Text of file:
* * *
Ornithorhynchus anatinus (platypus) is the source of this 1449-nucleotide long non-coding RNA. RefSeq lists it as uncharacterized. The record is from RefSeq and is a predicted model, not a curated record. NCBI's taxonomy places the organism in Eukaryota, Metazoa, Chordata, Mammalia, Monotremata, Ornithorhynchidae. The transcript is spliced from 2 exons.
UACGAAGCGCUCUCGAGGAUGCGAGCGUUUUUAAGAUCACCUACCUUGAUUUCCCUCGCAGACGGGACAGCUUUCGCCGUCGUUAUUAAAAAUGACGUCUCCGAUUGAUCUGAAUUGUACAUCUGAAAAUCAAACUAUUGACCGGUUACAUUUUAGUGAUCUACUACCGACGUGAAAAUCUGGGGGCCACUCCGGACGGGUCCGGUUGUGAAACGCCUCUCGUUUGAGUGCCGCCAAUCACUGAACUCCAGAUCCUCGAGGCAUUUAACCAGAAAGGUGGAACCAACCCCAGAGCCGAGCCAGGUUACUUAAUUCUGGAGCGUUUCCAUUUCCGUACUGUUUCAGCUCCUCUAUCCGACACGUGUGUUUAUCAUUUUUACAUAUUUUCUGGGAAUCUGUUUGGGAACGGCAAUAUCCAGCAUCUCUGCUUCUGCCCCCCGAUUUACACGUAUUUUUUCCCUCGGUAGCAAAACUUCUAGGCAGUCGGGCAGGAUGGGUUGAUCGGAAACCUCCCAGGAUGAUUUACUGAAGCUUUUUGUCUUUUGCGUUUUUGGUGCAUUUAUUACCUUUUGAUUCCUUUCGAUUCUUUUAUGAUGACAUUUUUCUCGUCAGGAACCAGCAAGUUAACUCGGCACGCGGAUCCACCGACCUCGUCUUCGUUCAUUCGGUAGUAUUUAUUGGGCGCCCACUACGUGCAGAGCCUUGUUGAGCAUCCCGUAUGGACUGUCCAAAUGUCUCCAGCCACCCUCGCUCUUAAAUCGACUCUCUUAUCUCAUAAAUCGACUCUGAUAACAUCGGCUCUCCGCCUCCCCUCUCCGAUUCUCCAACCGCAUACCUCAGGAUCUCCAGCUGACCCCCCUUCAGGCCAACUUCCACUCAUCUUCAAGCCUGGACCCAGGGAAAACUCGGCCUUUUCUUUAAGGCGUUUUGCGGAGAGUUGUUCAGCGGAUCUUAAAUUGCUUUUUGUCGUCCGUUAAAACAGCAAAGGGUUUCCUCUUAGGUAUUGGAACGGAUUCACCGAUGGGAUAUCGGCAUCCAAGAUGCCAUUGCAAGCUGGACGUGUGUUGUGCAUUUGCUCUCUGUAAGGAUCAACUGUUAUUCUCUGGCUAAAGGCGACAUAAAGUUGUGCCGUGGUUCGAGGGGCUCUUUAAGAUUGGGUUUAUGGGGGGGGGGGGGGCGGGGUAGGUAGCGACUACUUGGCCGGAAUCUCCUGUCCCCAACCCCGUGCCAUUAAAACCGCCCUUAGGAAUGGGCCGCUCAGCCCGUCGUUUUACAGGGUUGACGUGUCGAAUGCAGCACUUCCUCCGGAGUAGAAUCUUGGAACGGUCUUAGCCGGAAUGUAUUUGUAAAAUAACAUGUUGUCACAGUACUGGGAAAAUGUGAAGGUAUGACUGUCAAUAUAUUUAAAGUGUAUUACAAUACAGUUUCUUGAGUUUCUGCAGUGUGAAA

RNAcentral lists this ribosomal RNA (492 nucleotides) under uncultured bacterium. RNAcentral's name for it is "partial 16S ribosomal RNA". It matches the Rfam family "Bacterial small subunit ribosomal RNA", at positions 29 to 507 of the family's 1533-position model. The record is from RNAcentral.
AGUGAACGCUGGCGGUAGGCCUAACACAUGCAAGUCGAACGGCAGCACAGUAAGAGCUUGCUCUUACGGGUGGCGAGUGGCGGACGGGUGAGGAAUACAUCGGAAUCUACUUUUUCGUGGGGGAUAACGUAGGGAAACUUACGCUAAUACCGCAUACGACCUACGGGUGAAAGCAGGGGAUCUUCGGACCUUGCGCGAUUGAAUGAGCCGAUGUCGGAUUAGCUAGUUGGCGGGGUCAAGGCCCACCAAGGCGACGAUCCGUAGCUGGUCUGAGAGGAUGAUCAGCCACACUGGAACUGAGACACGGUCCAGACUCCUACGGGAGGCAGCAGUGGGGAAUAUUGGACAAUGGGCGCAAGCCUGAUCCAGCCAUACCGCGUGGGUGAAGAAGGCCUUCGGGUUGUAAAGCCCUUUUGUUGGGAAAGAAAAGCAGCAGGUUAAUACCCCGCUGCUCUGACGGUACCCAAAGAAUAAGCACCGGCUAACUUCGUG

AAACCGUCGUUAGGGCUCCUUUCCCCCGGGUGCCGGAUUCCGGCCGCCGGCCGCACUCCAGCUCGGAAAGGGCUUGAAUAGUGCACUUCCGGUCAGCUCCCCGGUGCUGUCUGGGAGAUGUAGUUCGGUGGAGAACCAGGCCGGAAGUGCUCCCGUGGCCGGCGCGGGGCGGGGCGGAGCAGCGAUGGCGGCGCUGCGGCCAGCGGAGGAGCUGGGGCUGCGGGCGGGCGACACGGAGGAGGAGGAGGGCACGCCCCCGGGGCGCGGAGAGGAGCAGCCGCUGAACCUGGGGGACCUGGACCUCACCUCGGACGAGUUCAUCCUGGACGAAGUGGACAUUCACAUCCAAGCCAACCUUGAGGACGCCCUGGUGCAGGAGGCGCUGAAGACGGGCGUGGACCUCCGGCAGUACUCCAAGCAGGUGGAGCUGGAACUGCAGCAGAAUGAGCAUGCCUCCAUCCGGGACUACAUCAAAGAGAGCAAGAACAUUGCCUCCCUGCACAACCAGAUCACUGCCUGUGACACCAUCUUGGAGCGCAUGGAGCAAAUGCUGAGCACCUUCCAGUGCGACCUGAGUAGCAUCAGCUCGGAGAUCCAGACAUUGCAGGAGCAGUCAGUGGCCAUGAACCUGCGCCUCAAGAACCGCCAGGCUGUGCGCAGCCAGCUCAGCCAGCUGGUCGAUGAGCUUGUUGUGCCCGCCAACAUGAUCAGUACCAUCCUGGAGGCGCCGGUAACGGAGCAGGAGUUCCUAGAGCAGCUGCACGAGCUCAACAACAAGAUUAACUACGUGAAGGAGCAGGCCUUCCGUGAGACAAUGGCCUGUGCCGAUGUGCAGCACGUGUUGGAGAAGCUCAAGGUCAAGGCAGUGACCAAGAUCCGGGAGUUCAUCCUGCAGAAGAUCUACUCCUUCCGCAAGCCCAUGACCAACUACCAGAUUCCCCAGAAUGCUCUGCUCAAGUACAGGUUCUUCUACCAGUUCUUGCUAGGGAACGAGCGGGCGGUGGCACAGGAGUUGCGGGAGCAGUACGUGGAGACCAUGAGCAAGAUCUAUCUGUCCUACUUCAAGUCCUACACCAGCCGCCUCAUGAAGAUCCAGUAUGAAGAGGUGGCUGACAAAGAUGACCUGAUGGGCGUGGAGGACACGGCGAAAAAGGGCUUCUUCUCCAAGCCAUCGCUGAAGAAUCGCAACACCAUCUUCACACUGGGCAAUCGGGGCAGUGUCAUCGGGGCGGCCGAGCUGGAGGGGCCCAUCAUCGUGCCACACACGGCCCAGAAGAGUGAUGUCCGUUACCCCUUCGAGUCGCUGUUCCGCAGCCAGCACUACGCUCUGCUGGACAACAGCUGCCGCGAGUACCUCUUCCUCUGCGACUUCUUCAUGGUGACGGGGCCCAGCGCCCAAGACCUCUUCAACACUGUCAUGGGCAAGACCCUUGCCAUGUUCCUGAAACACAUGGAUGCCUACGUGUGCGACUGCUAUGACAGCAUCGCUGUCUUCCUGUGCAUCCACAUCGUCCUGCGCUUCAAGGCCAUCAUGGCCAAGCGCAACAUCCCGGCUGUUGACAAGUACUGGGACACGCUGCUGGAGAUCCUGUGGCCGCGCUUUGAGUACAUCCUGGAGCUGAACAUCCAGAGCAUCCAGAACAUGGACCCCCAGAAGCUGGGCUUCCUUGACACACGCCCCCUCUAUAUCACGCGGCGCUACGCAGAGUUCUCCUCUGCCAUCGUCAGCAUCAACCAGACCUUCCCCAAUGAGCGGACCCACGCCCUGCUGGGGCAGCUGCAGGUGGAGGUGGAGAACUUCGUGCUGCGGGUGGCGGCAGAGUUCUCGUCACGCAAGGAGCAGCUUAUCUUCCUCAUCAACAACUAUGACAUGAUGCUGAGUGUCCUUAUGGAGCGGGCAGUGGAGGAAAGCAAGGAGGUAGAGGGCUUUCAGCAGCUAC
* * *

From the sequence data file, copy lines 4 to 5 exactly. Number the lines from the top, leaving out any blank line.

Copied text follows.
AGUGAACGCUGGCGGUAGGCCUAACACAUGCAAGUCGAACGGCAGCACAGUAAGAGCUUGCUCUUACGGGUGGCGAGUGGCGGACGGGUGAGGAAUACAUCGGAAUCUACUUUUUCGUGGGGGAUAACGUAGGGAAACUUACGCUAAUACCGCAUACGACCUACGGGUGAAAGCAGGGGAUCUUCGGACCUUGCGCGAUUGAAUGAGCCGAUGUCGGAUUAGCUAGUUGGCGGGGUCAAGGCCCACCAAGGCGACGAUCCGUAGCUGGUCUGAGAGGAUGAUCAGCCACACUGGAACUGAGACACGGUCCAGACUCCUACGGGAGGCAGCAGUGGGGAAUAUUGGACAAUGGGCGCAAGCCUGAUCCAGCCAUACCGCGUGGGUGAAGAAGGCCUUCGGGUUGUAAAGCCCUUUUGUUGGGAAAGAAAAGCAGCAGGUUAAUACCCCGCUGCUCUGACGGUACCCAAAGAAUAAGCACCGGCUAACUUCGUG

AAACCGUCGUUAGGGCUCCUUUCCCCCGGGUGCCGGAUUCCGGCCGCCGGCCGCACUCCAGCUCGGAAAGGGCUUGAAUAGUGCACUUCCGGUCAGCUCCCCGGUGCUGUCUGGGAGAUGUAGUUCGGUGGAGAACCAGGCCGGAAGUGCUCCCGUGGCCGGCGCGGGGCGGGGCGGAGCAGCGAUGGCGGCGCUGCGGCCAGCGGAGGAGCUGGGGCUGCGGGCGGGCGACACGGAGGAGGAGGAGGGCACGCCCCCGGGGCGCGGAGAGGAGCAGCCGCUGAACCUGGGGGACCUGGACCUCACCUCGGACGAGUUCAUCCUGGACGAAGUGGACAUUCACAUCCAAGCCAACCUUGAGGACGCCCUGGUGCAGGAGGCGCUGAAGACGGGCGUGGACCUCCGGCAGUACUCCAAGCAGGUGGAGCUGGAACUGCAGCAGAAUGAGCAUGCCUCCAUCCGGGACUACAUCAAAGAGAGCAAGAACAUUGCCUCCCUGCACAACCAGAUCACUGCCUGUGACACCAUCUUGGAGCGCAUGGAGCAAAUGCUGAGCACCUUCCAGUGCGACCUGAGUAGCAUCAGCUCGGAGAUCCAGACAUUGCAGGAGCAGUCAGUGGCCAUGAACCUGCGCCUCAAGAACCGCCAGGCUGUGCGCAGCCAGCUCAGCCAGCUGGUCGAUGAGCUUGUUGUGCCCGCCAACAUGAUCAGUACCAUCCUGGAGGCGCCGGUAACGGAGCAGGAGUUCCUAGAGCAGCUGCACGAGCUCAACAACAAGAUUAACUACGUGAAGGAGCAGGCCUUCCGUGAGACAAUGGCCUGUGCCGAUGUGCAGCACGUGUUGGAGAAGCUCAAGGUCAAGGCAGUGACCAAGAUCCGGGAGUUCAUCCUGCAGAAGAUCUACUCCUUCCGCAAGCCCAUGACCAACUACCAGAUUCCCCAGAAUGCUCUGCUCAAGUACAGGUUCUUCUACCAGUUCUUGCUAGGGAACGAGCGGGCGGUGGCACAGGAGUUGCGGGAGCAGUACGUGGAGACCAUGAGCAAGAUCUAUCUGUCCUACUUCAAGUCCUACACCAGCCGCCUCAUGAAGAUCCAGUAUGAAGAGGUGGCUGACAAAGAUGACCUGAUGGGCGUGGAGGACACGGCGAAAAAGGGCUUCUUCUCCAAGCCAUCGCUGAAGAAUCGCAACACCAUCUUCACACUGGGCAAUCGGGGCAGUGUCAUCGGGGCGGCCGAGCUGGAGGGGCCCAUCAUCGUGCCACACACGGCCCAGAAGAGUGAUGUCCGUUACCCCUUCGAGUCGCUGUUCCGCAGCCAGCACUACGCUCUGCUGGACAACAGCUGCCGCGAGUACCUCUUCCUCUGCGACUUCUUCAUGGUGACGGGGCCCAGCGCCCAAGACCUCUUCAACACUGUCAUGGGCAAGACCCUUGCCAUGUUCCUGAAACACAUGGAUGCCUACGUGUGCGACUGCUAUGACAGCAUCGCUGUCUUCCUGUGCAUCCACAUCGUCCUGCGCUUCAAGGCCAUCAUGGCCAAGCGCAACAUCCCGGCUGUUGACAAGUACUGGGACACGCUGCUGGAGAUCCUGUGGCCGCGCUUUGAGUACAUCCUGGAGCUGAACAUCCAGAGCAUCCAGAACAUGGACCCCCAGAAGCUGGGCUUCCUUGACACACGCCCCCUCUAUAUCACGCGGCGCUACGCAGAGUUCUCCUCUGCCAUCGUCAGCAUCAACCAGACCUUCCCCAAUGAGCGGACCCACGCCCUGCUGGGGCAGCUGCAGGUGGAGGUGGAGAACUUCGUGCUGCGGGUGGCGGCAGAGUUCUCGUCACGCAAGGAGCAGCUUAUCUUCCUCAUCAACAACUAUGACAUGAUGCUGAGUGUCCUUAUGGAGCGGGCAGUGGAGGAAAGCAAGGAGGUAGAGGGCUUUCAGCAGCUAC